Functional cellular analysis performed by Schonmyer et al. suggested that irradiated murine BMSCs underwent low-level spontaneous osteoblastic differentiation, in preference to adipogenic or chondrogenic lineages (156). Furthermore, attenuation of the response of irradiated BMSCs to stimulation with lineage-specific differentiation media was decreased in irradiated cells and was associated with down-regulation of bone-specific markers (ALP and osteocalcin) and adipose-specific markers (lipoprotein lipase, C/EBPb, and leptin) (156). These findings further highlight the altered capacity of stem cells to respond to cues in their microenvironment to replenish damaged cells, following RTX (156). Mechanistically, alterations to paracrine signaling via Wnt10b and Sirtuin-1 (a subset of a family of proteins that regulate stem-cell differentiation) were also seen to mediate altered adipogenesis and osteogenic differentiation characteristics in BMSC (157). Meanwhile, another subset of the same protein family, Wnt3a and Wnt5a, were found to be up-regulated in RTX-injury and may additionally induce senescence in irradiated BMSCs (30).
How ADSCs Specifically Modulate RTX-Injury?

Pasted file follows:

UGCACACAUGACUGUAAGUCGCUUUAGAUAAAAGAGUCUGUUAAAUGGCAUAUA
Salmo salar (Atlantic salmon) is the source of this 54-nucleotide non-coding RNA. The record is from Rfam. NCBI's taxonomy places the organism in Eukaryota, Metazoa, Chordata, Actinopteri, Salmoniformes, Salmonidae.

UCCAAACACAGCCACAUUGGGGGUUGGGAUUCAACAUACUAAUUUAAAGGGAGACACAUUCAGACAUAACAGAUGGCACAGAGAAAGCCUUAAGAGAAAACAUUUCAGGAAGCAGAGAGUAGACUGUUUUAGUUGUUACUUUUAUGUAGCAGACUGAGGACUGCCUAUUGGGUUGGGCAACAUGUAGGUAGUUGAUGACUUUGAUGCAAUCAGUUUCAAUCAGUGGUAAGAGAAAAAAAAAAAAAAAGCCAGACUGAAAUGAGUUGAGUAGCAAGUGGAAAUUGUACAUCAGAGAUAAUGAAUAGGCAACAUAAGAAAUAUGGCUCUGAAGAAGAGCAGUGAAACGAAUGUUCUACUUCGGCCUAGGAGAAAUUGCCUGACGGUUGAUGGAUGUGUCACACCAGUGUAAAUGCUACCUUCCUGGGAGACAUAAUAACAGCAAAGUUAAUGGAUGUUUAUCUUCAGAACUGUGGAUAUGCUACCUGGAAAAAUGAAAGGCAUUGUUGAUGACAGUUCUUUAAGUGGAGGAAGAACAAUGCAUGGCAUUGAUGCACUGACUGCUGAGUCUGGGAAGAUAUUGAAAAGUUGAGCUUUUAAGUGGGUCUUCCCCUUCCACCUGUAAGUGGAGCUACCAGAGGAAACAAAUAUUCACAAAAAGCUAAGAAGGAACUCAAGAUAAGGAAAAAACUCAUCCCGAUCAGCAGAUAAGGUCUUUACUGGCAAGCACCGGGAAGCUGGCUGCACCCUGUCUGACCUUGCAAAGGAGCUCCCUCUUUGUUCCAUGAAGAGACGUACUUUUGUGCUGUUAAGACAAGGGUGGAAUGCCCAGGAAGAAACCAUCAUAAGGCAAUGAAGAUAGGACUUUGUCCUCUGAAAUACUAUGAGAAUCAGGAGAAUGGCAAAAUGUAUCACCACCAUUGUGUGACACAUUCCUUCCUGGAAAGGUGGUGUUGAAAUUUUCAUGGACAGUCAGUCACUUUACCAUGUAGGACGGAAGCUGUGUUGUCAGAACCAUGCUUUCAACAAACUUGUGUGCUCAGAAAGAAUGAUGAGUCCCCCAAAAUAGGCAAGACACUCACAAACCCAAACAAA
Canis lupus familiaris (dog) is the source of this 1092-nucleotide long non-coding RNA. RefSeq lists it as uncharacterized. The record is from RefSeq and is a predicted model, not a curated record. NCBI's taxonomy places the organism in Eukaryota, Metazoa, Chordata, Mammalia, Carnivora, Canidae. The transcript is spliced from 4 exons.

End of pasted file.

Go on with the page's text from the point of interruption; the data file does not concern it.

The original “building block” theory that stem cells migrate to an area of injury to differentiate and replace the injured cell has been superseded, as only a small number of grafted cells – of which ADSCs make up an even smaller proportion (44, 154) – survive the fat transplant injection (42, 77). More recently, paracrine mechanisms such as immune-modulation and the generation of protein growth factors secreted by surviving grafted ADSCs, have gained favor (51, 54, 102, 106, 114, 149, 158). Walter et al. demonstrated modulation of keratinocyte and fibroblast migration in response to BMSC conditioned media, in which analysis of the paracrine secretory profile detected increased expression of IL-6, IL-8, MCP-1, and to a lesser degree RANTES and TGFβ1 proteins (76, 119). The key differences in the protein growth factor profiles of the two types of MSCs as shown on cytokine array studies were IL-8, IGF-1, and VEGF-D, which were secreted by ADSCs but not BMSCs (77). Given that the mechanisms underlying the overall profile of RTX-injury appear to involve poor vascularity, hypoxia, and lymphedema – and that these three growth factors are implicated in each – it seems intuitive that ADSCs play a critical role in reversing these micro-environmental changes. This protein secretion profile indicates that ADSCs may facilitate angiogenesis and lymphangiogenesis, in addition to the simple anti-fibrotic effects with which they have been previously associated with (36, 100, 113, 141). However, further detailed systematic analysis of the secretory expression profiles of ADSCs is required to identify which specific growth factors are released, under which conditions, and how they may modulate the wound healing, angiogenesis, and lymphangiogenesis (81, 103). Such an effect was typified by the down-regulation in VEGF-A production by ADSCs in response to irradiation, as shown by Ebrahimian et al. (87).